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Monday, February 24, 2020
SIRNAK, Turkey, Jul 13 2010 (IPS) - The Turkish General Directorate of Forestry claims to devote the bulk of its resources to combating forest fires, but it is passively observing the Turkish army ignite forested areas in the country’s predominantly Kurdish southeastern region.
Residents of Ikizce and Toptepe, Kurdish villages in Sirnak province not far from the Iraqi border, tell IPS that they’re facing economic disaster and possibly displacement as Turkish soldiers set fire to their forests and crops.
“The fire started when soldiers from the military base near Ikizce indiscriminately launched missiles into wooded areas in Cudi mountain,” shepherd Cem Guney explains. “Soldiers helped us subdue the flames the first day, but since then they’ve done nothing.”
“We’re sinking as time goes on,” Ikizce village elder Baver Senlik tells IPS. “Everyday it spreads, grows, becomes more problematic,” he says. The forest fire has been burning more than a week now.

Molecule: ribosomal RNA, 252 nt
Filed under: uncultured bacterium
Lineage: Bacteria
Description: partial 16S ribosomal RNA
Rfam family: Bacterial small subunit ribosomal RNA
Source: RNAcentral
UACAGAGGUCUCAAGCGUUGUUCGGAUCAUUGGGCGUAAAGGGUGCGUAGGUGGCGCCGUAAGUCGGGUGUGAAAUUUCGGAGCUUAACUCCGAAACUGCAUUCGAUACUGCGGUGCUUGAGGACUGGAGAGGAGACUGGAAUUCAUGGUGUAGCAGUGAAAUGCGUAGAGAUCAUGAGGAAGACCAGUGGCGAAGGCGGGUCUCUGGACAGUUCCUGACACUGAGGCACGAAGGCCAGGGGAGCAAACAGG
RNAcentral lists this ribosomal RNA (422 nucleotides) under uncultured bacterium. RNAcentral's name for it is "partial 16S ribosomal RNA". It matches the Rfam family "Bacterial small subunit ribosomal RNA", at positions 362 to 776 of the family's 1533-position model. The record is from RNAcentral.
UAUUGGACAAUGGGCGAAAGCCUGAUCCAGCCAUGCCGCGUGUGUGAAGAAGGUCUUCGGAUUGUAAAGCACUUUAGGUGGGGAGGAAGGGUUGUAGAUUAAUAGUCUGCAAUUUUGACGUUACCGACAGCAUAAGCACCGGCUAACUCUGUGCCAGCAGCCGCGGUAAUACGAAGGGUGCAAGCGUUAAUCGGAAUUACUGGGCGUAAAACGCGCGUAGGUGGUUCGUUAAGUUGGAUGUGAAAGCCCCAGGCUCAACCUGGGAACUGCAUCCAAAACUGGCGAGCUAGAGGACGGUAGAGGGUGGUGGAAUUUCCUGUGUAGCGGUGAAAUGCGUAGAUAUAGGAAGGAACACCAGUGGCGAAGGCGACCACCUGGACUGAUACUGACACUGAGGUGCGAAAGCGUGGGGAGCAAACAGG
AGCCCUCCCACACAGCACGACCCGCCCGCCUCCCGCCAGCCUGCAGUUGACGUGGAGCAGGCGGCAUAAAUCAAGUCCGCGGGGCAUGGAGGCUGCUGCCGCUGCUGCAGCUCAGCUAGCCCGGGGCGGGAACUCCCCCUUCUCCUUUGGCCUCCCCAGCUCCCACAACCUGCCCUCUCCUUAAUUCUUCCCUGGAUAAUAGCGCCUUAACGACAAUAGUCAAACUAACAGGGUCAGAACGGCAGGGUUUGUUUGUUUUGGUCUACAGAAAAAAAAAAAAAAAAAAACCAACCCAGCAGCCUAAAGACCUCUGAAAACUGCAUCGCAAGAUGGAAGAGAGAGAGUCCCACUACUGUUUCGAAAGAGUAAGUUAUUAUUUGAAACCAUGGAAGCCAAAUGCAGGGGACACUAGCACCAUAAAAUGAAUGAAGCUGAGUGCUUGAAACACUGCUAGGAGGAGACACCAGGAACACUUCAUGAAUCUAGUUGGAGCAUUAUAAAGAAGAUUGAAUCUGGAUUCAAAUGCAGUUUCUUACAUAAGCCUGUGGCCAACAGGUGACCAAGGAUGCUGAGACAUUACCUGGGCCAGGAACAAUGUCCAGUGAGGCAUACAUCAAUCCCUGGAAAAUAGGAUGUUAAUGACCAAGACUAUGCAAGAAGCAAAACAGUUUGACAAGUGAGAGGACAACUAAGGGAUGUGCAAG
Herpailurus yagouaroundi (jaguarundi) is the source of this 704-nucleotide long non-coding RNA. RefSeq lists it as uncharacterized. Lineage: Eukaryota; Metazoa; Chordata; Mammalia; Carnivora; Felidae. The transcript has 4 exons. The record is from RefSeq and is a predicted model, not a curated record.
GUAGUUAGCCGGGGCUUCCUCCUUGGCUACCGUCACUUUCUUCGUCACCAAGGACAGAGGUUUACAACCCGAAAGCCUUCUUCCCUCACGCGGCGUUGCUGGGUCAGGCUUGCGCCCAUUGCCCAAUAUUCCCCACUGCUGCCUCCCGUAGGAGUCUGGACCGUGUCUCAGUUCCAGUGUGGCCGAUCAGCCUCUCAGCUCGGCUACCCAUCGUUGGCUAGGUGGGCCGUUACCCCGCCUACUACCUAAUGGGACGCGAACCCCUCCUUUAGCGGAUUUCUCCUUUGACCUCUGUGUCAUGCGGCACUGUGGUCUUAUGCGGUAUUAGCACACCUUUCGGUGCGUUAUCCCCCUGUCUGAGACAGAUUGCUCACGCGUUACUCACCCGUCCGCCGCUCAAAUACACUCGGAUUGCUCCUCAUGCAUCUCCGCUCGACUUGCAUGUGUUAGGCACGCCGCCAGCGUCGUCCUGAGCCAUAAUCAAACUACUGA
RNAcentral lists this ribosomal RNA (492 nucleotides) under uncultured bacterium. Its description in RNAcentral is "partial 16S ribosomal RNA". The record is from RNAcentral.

The Turkish army, which is armed by the U.S. and some European countries, claims that the inferno started following clashes between them and the Kurdistan Workers Party (PKK), the leftist insurgency which demands greater rights and freedoms for Kurds. Villagers dispute this, saying there’s actually no fighting in the area.
Villagers add that with the exception of 2009, such fires have occurred in the same way and at roughly the same time every year for the last eight years. They suggest that the military consciously uses forest fires as a tool of policy. Such reports are frequently made of villages like Ikizce and Toptepe, which were emptied when the war was at its height in the 1990s but have been gradually repopulated in recent years.
Whatever its causes, there’s no doubt that the forest fire is pushing impoverished locals into greater hardship.